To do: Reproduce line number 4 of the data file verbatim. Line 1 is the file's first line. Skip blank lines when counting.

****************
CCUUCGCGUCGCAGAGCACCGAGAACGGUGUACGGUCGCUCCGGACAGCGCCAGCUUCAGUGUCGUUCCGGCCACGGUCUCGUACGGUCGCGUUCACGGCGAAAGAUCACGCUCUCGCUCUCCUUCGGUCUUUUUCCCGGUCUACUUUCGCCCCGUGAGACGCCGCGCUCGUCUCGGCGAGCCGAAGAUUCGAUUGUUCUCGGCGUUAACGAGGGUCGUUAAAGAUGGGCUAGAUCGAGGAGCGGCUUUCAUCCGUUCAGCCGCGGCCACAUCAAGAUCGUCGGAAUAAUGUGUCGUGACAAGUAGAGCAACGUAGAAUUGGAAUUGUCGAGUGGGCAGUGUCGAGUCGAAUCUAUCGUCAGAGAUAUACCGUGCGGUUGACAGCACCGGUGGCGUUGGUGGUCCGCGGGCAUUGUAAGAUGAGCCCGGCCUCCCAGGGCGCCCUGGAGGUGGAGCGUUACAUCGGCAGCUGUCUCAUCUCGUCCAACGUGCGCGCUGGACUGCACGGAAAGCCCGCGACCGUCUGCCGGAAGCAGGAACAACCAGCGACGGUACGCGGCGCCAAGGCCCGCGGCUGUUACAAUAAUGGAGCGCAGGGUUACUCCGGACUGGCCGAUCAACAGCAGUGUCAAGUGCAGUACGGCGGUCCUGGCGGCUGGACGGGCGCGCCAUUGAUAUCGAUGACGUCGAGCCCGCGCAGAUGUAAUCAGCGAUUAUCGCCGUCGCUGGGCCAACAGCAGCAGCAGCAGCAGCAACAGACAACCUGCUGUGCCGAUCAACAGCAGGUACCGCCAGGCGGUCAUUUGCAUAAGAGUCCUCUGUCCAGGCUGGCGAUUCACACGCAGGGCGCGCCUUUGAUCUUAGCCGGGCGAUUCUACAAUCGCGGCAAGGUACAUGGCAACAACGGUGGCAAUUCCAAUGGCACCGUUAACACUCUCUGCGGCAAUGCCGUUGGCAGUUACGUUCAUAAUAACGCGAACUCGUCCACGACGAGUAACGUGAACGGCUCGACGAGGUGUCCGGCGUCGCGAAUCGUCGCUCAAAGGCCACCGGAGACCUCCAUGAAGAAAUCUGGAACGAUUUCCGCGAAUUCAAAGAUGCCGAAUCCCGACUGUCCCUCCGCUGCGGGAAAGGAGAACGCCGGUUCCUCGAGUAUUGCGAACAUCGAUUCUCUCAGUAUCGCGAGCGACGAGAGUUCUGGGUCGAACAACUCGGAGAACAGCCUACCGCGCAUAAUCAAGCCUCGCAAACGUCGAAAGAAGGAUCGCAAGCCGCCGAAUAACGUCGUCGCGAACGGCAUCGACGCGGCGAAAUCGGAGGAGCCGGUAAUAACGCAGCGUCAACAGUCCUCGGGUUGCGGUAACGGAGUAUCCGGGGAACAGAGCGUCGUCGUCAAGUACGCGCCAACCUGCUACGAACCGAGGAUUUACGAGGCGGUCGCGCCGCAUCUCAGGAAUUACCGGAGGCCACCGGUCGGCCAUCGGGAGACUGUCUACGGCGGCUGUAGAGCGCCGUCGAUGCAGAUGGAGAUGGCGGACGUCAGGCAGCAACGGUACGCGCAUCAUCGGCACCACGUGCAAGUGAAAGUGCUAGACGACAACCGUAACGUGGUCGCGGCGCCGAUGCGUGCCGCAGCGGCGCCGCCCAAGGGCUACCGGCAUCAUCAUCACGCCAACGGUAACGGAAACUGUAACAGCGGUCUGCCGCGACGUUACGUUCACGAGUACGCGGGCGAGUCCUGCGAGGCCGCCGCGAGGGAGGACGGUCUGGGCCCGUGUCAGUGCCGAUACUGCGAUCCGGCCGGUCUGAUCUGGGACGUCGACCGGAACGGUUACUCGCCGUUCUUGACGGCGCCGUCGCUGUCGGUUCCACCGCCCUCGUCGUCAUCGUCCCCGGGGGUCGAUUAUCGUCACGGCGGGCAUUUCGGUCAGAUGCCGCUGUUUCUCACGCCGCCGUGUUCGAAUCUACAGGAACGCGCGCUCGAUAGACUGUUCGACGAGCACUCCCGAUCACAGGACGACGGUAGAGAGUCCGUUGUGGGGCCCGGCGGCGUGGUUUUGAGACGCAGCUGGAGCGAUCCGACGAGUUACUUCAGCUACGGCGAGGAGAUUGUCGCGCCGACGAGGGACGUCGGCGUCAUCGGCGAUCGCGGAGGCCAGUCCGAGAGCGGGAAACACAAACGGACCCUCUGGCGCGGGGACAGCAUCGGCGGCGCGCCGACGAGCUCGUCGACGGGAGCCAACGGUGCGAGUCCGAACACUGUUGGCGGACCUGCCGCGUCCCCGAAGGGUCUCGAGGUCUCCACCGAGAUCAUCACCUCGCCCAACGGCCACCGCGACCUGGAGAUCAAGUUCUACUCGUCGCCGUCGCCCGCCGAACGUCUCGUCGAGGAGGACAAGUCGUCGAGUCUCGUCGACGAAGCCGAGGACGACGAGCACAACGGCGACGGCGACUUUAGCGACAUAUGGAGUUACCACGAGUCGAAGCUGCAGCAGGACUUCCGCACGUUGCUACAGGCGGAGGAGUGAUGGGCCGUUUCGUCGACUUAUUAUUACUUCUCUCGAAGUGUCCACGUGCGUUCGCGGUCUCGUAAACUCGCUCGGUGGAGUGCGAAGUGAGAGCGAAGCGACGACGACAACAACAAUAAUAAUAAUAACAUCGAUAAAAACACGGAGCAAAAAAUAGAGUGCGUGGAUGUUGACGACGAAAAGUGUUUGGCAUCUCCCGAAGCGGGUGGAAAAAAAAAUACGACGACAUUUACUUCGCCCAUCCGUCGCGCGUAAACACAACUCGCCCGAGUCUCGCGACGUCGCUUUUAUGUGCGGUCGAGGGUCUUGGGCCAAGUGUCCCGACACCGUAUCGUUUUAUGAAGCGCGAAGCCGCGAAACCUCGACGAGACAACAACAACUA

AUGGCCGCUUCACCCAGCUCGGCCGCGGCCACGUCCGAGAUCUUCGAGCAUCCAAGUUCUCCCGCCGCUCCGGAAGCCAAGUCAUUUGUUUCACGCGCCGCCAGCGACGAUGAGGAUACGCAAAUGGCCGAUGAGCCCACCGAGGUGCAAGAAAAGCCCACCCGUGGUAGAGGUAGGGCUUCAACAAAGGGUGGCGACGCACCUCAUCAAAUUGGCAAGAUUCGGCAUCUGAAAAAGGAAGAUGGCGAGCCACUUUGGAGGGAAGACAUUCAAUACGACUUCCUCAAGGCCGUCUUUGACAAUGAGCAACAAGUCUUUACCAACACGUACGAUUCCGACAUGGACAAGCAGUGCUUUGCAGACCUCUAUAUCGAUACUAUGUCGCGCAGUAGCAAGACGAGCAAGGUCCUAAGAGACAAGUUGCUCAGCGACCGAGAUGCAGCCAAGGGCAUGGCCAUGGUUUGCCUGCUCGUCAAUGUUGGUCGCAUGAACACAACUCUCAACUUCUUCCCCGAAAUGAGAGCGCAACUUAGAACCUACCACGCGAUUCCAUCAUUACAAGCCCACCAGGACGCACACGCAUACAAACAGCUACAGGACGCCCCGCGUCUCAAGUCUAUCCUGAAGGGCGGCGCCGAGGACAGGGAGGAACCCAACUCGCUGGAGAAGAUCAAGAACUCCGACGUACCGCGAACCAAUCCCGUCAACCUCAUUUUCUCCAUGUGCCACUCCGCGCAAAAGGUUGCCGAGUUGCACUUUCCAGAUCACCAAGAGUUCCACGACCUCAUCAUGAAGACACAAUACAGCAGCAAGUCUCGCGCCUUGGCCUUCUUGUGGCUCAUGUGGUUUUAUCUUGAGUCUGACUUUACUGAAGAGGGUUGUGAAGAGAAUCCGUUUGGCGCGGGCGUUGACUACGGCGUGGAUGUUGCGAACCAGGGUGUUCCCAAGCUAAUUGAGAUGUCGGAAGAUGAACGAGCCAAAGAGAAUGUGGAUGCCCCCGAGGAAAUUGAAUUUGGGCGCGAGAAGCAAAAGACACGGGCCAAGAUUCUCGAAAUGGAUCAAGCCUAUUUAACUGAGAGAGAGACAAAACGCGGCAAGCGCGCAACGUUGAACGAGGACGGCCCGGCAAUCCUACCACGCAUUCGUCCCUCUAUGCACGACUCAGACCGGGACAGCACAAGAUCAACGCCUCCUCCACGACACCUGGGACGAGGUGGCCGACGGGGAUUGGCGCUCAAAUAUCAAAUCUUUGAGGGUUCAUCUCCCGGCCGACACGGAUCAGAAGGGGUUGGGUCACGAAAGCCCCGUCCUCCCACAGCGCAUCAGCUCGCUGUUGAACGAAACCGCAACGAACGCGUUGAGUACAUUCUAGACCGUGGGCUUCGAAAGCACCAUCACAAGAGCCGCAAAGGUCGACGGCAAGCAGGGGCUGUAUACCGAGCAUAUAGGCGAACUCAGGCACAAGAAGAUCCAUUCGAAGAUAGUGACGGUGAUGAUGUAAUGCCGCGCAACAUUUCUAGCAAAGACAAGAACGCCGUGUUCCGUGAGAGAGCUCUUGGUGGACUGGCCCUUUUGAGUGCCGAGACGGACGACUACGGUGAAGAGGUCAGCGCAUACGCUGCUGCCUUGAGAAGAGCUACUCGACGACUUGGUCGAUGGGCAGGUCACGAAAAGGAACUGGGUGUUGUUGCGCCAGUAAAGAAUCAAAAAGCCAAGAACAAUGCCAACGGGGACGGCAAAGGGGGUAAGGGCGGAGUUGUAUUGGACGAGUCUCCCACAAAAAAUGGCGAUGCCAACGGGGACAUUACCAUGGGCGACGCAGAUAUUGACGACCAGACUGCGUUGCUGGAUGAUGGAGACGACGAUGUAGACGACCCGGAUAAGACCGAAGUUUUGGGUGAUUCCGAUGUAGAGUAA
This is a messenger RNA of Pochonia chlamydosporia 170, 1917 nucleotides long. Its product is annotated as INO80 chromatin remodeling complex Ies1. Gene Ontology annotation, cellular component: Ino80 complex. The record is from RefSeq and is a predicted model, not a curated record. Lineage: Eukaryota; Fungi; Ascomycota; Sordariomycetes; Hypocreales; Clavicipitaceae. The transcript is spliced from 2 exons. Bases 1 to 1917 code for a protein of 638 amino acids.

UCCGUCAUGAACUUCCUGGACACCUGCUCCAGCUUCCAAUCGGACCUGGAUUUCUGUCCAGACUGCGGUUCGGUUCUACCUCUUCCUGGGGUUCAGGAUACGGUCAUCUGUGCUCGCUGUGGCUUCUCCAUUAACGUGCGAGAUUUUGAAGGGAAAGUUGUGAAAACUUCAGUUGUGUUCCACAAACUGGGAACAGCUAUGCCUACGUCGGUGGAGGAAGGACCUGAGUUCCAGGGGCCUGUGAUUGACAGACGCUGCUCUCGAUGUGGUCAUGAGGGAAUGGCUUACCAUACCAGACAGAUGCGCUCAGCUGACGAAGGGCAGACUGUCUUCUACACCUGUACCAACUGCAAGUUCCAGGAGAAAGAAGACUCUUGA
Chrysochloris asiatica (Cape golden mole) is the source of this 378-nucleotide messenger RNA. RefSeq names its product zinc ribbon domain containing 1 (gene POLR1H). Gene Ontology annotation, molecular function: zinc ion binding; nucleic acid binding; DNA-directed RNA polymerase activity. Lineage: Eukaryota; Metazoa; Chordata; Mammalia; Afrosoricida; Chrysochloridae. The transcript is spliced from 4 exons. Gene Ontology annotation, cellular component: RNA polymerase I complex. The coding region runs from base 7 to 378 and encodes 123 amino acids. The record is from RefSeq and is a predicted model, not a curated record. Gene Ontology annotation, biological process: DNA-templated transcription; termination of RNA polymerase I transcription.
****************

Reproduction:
UCCGUCAUGAACUUCCUGGACACCUGCUCCAGCUUCCAAUCGGACCUGGAUUUCUGUCCAGACUGCGGUUCGGUUCUACCUCUUCCUGGGGUUCAGGAUACGGUCAUCUGUGCUCGCUGUGGCUUCUCCAUUAACGUGCGAGAUUUUGAAGGGAAAGUUGUGAAAACUUCAGUUGUGUUCCACAAACUGGGAACAGCUAUGCCUACGUCGGUGGAGGAAGGACCUGAGUUCCAGGGGCCUGUGAUUGACAGACGCUGCUCUCGAUGUGGUCAUGAGGGAAUGGCUUACCAUACCAGACAGAUGCGCUCAGCUGACGAAGGGCAGACUGUCUUCUACACCUGUACCAACUGCAAGUUCCAGGAGAAAGAAGACUCUUGA